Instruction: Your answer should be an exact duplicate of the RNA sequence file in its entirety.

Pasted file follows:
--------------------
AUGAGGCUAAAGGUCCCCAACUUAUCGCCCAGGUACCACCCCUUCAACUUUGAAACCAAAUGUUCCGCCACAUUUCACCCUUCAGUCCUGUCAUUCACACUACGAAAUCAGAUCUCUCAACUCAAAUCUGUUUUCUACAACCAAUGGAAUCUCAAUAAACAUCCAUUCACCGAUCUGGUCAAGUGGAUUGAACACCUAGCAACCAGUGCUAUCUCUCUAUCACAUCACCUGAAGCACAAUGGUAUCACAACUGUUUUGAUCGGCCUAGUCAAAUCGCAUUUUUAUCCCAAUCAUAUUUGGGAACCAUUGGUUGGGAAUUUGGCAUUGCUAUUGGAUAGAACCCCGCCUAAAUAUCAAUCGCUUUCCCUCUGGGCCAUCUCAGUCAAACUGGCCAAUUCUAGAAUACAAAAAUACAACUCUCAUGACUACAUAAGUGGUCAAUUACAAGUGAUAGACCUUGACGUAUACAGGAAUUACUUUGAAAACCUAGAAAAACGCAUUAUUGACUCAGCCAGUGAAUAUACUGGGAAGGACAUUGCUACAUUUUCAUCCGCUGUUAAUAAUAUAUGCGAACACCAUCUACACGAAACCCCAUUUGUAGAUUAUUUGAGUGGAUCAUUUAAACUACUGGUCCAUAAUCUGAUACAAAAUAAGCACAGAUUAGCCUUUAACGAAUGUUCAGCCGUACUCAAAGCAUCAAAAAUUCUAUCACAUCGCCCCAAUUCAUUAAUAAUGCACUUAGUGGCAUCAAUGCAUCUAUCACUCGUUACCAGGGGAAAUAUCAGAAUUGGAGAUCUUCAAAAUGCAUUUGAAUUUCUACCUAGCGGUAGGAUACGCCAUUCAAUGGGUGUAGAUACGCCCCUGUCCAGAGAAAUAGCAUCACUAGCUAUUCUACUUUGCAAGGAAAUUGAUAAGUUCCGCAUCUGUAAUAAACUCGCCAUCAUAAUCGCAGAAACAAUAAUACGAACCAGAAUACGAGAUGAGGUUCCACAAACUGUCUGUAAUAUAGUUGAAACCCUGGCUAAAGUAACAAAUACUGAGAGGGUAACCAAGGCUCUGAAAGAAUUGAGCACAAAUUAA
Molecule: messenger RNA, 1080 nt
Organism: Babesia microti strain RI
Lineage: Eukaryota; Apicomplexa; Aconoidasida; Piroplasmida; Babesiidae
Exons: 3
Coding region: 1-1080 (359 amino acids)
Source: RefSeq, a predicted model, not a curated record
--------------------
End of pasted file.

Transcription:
AUGAGGCUAAAGGUCCCCAACUUAUCGCCCAGGUACCACCCCUUCAACUUUGAAACCAAAUGUUCCGCCACAUUUCACCCUUCAGUCCUGUCAUUCACACUACGAAAUCAGAUCUCUCAACUCAAAUCUGUUUUCUACAACCAAUGGAAUCUCAAUAAACAUCCAUUCACCGAUCUGGUCAAGUGGAUUGAACACCUAGCAACCAGUGCUAUCUCUCUAUCACAUCACCUGAAGCACAAUGGUAUCACAACUGUUUUGAUCGGCCUAGUCAAAUCGCAUUUUUAUCCCAAUCAUAUUUGGGAACCAUUGGUUGGGAAUUUGGCAUUGCUAUUGGAUAGAACCCCGCCUAAAUAUCAAUCGCUUUCCCUCUGGGCCAUCUCAGUCAAACUGGCCAAUUCUAGAAUACAAAAAUACAACUCUCAUGACUACAUAAGUGGUCAAUUACAAGUGAUAGACCUUGACGUAUACAGGAAUUACUUUGAAAACCUAGAAAAACGCAUUAUUGACUCAGCCAGUGAAUAUACUGGGAAGGACAUUGCUACAUUUUCAUCCGCUGUUAAUAAUAUAUGCGAACACCAUCUACACGAAACCCCAUUUGUAGAUUAUUUGAGUGGAUCAUUUAAACUACUGGUCCAUAAUCUGAUACAAAAUAAGCACAGAUUAGCCUUUAACGAAUGUUCAGCCGUACUCAAAGCAUCAAAAAUUCUAUCACAUCGCCCCAAUUCAUUAAUAAUGCACUUAGUGGCAUCAAUGCAUCUAUCACUCGUUACCAGGGGAAAUAUCAGAAUUGGAGAUCUUCAAAAUGCAUUUGAAUUUCUACCUAGCGGUAGGAUACGCCAUUCAAUGGGUGUAGAUACGCCCCUGUCCAGAGAAAUAGCAUCACUAGCUAUUCUACUUUGCAAGGAAAUUGAUAAGUUCCGCAUCUGUAAUAAACUCGCCAUCAUAAUCGCAGAAACAAUAAUACGAACCAGAAUACGAGAUGAGGUUCCACAAACUGUCUGUAAUAUAGUUGAAACCCUGGCUAAAGUAACAAAUACUGAGAGGGUAACCAAGGCUCUGAAAGAAUUGAGCACAAAUUAA
Molecule: messenger RNA, 1080 nt
Organism: Babesia microti strain RI
Lineage: Eukaryota; Apicomplexa; Aconoidasida; Piroplasmida; Babesiidae
Exons: 3
Coding region: 1-1080 (359 amino acids)
Source: RefSeq, a predicted model, not a curated record